Is your spirituality authentic?

“I’ve been watching you – for two years.” Gail was in the process of cleaning up after a meeting at her parish. The speaker was a friend of hers with whom she had often worked on various parish and community projects. So, while Gail was understandably curious, she wasn’t unduly concerned by the comment. She just wanted to know why the woman had been watching her. “I wanted to see if you really were who you seemed to be.”

Further conversation followed. The woman explained to Gail that she was looking for someone to talk with about her spiritual journey and she wanted to be sure that the person she chose was authentically on a journey of her own.

“The scribes and the Pharisees have taken their seat on the chair of Moses … they preach but they do not practice … [A]ll their works are performed to be seen.”

Jesus was warning his followers that their leaders might not always be who they seemed to be and that they must “watch” who they would choose to follow. In other words, they were to continue to follow the law of Moses, but when choosing who they would follow they were to watch for those who “… really were who they seemed to be.”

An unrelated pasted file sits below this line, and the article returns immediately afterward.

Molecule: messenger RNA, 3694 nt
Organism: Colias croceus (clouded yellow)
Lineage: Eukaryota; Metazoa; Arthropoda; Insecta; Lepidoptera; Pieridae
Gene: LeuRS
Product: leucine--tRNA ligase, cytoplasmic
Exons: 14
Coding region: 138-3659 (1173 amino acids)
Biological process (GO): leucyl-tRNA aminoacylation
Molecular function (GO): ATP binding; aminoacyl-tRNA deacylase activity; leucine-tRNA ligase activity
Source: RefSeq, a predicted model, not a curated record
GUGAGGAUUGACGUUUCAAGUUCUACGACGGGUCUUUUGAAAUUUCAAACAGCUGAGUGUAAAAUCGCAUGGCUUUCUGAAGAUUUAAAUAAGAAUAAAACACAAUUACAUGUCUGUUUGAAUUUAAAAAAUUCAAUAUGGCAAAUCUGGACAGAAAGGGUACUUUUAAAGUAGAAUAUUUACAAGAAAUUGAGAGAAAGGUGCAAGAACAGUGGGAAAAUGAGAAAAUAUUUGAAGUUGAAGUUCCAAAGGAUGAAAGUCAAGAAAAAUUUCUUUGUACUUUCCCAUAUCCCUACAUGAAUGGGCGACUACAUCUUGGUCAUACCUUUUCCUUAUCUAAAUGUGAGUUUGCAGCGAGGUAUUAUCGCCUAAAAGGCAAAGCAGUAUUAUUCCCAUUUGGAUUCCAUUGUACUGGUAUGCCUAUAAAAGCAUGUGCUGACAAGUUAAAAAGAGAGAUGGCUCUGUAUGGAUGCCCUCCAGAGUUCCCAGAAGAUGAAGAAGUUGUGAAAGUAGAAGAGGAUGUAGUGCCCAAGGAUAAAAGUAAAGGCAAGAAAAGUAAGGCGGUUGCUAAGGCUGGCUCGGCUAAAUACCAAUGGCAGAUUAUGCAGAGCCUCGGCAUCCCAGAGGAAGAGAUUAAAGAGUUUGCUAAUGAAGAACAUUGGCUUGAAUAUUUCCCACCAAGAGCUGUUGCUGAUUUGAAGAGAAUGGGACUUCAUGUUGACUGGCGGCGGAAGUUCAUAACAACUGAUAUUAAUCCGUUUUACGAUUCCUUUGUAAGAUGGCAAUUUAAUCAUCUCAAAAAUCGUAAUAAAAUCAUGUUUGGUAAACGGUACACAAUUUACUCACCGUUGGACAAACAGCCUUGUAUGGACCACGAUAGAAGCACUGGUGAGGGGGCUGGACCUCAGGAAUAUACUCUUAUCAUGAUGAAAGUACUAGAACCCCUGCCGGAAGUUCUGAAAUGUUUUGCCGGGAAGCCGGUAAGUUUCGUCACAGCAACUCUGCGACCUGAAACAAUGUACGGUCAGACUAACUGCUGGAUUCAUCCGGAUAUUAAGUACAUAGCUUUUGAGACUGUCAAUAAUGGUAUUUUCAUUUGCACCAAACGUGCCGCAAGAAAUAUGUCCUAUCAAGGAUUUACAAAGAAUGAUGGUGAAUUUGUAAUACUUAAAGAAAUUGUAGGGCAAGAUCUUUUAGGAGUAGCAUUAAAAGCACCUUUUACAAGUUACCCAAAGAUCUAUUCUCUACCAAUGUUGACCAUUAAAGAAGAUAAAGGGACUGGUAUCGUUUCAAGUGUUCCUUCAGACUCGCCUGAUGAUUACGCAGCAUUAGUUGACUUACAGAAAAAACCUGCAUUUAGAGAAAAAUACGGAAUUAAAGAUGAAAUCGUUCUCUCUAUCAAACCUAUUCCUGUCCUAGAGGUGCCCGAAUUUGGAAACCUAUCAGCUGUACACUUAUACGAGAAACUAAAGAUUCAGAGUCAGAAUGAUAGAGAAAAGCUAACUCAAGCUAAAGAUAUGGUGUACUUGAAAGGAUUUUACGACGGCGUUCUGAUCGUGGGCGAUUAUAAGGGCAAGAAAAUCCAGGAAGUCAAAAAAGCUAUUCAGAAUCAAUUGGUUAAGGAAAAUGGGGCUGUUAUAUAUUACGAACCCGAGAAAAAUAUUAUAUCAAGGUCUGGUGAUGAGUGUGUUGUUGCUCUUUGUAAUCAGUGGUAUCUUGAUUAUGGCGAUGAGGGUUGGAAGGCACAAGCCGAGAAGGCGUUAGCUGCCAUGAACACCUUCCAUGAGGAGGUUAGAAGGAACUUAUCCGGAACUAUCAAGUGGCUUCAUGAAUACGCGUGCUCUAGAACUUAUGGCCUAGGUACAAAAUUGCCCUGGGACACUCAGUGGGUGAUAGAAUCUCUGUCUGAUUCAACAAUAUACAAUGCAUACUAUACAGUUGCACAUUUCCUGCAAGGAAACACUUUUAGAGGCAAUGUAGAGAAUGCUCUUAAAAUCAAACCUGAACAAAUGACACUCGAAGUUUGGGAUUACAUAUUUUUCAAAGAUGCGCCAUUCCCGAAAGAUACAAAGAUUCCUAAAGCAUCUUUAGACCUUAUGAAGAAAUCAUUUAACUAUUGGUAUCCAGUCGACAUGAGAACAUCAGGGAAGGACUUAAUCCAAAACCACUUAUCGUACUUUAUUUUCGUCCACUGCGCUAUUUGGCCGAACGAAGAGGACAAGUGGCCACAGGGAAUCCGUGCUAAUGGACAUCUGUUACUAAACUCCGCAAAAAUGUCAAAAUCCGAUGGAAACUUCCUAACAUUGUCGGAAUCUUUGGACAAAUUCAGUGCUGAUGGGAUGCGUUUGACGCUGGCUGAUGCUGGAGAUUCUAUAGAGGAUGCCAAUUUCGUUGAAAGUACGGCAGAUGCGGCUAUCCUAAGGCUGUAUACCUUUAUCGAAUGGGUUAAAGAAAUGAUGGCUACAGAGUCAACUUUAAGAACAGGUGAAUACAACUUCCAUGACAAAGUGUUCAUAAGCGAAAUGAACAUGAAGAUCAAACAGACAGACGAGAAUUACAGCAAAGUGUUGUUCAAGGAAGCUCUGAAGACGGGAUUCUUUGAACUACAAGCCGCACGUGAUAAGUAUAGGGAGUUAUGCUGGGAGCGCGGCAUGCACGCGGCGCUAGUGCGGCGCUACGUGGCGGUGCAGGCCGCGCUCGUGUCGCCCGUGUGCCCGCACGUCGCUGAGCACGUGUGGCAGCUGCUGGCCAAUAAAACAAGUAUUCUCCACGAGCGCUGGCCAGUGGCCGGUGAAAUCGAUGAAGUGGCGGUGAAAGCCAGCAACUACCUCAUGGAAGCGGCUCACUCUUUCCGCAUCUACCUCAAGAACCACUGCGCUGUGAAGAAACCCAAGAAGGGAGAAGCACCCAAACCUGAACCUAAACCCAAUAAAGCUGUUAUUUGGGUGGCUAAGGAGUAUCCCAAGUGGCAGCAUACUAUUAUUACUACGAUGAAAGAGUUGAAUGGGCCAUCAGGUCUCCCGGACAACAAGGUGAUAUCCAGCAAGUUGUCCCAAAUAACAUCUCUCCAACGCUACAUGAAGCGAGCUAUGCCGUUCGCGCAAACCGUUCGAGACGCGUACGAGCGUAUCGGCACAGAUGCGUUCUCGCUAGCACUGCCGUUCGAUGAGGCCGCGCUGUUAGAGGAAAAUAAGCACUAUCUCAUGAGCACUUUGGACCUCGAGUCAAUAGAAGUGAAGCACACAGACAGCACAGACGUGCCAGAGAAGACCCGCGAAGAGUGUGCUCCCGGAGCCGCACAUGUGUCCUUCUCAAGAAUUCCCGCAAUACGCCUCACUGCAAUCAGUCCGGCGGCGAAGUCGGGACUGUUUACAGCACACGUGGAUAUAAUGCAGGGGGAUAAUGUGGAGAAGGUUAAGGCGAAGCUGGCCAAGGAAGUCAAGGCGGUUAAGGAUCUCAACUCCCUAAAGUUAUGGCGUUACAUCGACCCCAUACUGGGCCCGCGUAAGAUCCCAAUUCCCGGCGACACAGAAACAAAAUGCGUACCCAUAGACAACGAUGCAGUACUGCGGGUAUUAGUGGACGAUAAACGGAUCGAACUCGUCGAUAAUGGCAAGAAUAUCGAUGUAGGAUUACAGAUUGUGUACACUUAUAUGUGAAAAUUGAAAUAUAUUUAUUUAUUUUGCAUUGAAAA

A few years ago there was a television show called “Undercover Boss.” Each week the owner or CEO of a company would take on a temporary identity and spend a week working at some of the most menial jobs in their company. The hope was that in doing so they would develop a greater appreciation for the people who worked for them – and it usually worked.

These titans of industry took the risk of becoming servants and, in doing so, found that they actually became better bosses. And while these bosses obviously were not who they seemed to be, by humbling themselves they also ended up becoming exalted in the eyes of their employees.

If someone watched us what would they see? Are we really who we seem to be? Is our spirituality authentic or just a temporary identity we can take off when the TV show is over?

Van Benthem is a member of the Secular Franciscan Order and a longtime pastoral minister in the diocese.